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Friday
Jun232017

IV. Sound Machine 

A path through the noisy jungle. 

 

On my first night in PNG, I wake up at 4:00 a.m.—to my body, still on Boston time, 2:00 in the afternoon—and listen to the sounds. The world is a loud noise machine. 

The ocean plays a base beat, waves smacking sand then sucking back, back, back to Kimbe Bay and past that, into the Bismarck Sea. Layered over the steady lapping are animals that talk like other animals. There is a frog that croaks woodpecker taps. A bird that shrieks like a cheetah, and one that crows in snooty rooster imitation: cawww, caaawwww, caaauuuggghhh. Then I hear a bird that’s evolved past the call of fauna; it whistles like a school bell. Biologists think there’s lots of birds because, in part, there are no big cats. The scariest, called a Guinea quoll, is chocolate brown with white fawn spots, kitten-sized. 

In the darkness of night’s middle, an insect, maybe a fly, sounds loud as a drone. I lie under the mosquito veil that canopies the bed, listening to its whir of metal wings. During the day I sit alone at the table in the kitchen where we cook and eat our meals, while Pete and the students he’s advising, Tina and Theresa, take turns diving twelve reefs, recording clownfish habits. The front door stays open to let in the lazy breeze, and the windows are mosquito screens without glass panes, and I write while listening to the cicadas. They launch without warning into the susurrus of their song, which sometimes ends like clacking castanets and sometimes like the deadly shimmy of a rattlesnake. What prompts them to start, and how do they decide it’s time to stop? Do they sing because the wind changed? Because the temperature dropped one-tenth of a degree? Because a lady cricket just flew by? If there’s a pattern I’ve not yet discerned it, but I’m learning from Pete. I input data in my notebook: 

1:14p.m., 57 secs. >> 1:52p.m., 29 secs. >> 2:06p.m., 1 min: 14 secs >> 2:09p.m., 3 secs

Conclusion: Further observation required. 

Kids sound the same everywhere. I hear wails and sometimes shrieks, but, mostly, kids rhyming songs, teasing, laughing. The kids I’ve seen look happy, even though life is hard for them, and for their mothers. Women here are still the property of men. One of the ways in which a boy becomes a man is by drumming up enough bride-price to buy a wife. Bride-price might include kina, the official currency, or more ancient types of payment like shell money or leaf money—dried banana leaves etched with repeating linear patterns—or it might come in the form of pigs, symbols of wealth and status, or SP Lager, the local beer. Once bought, women do the lion’s share of work. They carry food home from the market, sometimes in huge baskets on their heads, while the men walk ahead, unburdened. In the 1980s, a University of Toronto anthropologist with the somewhat unlikely name of Gillian Gillison spent months living in Ubagubi, a remote Highlands town. She wrote of husbands forcing wives to sleep with pigs, so as to ensure the safety of this precious livestock. And pigpens were for the lucky ladies. Others slept in female communes on villages’ peripheries, where warring tribes were likely to strike first when attacking. Those women’s screams served as alarm, waking the men tucked safe within the inner sanctums, allowing them extra seconds to grab spears. These days, still, a woman is considered dangerous when she has her period, and dangerous women are often condemned as witches. The lynchings and torture-murders of those accused of sorcery are not rare. Rape is also common. Human Rights Watch and UNICEF offer these horrifying statistics: approximately seventy percent of New Guinean women experience sexual assault, with nearly half of rape victims under age fifteen, and thirteen percent younger than seven years old.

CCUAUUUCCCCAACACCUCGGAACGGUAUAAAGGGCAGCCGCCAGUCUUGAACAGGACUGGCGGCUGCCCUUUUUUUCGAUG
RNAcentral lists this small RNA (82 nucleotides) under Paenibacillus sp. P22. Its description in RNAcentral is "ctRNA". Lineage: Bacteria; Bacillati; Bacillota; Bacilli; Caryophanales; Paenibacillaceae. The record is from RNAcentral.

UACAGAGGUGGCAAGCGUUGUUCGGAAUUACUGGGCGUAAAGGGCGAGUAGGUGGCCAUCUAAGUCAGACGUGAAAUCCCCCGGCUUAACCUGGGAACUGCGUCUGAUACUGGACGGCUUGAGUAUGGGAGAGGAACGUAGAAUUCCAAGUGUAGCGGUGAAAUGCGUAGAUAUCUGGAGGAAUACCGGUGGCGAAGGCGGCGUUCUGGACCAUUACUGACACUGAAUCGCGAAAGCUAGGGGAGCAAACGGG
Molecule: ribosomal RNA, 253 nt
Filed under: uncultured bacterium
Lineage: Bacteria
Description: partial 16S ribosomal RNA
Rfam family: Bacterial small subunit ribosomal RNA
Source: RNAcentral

The feminist—and human—in me revolts, though I’ll likely never witness this violence or abuse, sheltered as I am within the Mahonia-Walindi compound. But Cecilie Benjamin must have seen at least some inequality when she arrived from Australia in the ‘70s. Her son, Cheyne, who now runs the resort, tells me about his fierce mother. She used to go alone into the villages to introduce herself and establish relationships. In many cases, her arrival was first contact—the natives had never before seen a white woman. Ema, Cheyne’s wife, a lovely Italian whose nomadic childhood rivals my own, tells me that even today, in the Kimbe town market of 2017, some children cry when they see her. Others, awed, try to touch her face, her hair. I think about Cecilie slashing her own path through the jungle forty years ago whenever I get upset because there’s a spider in the shower or my phone’s taking too long to send a text.  

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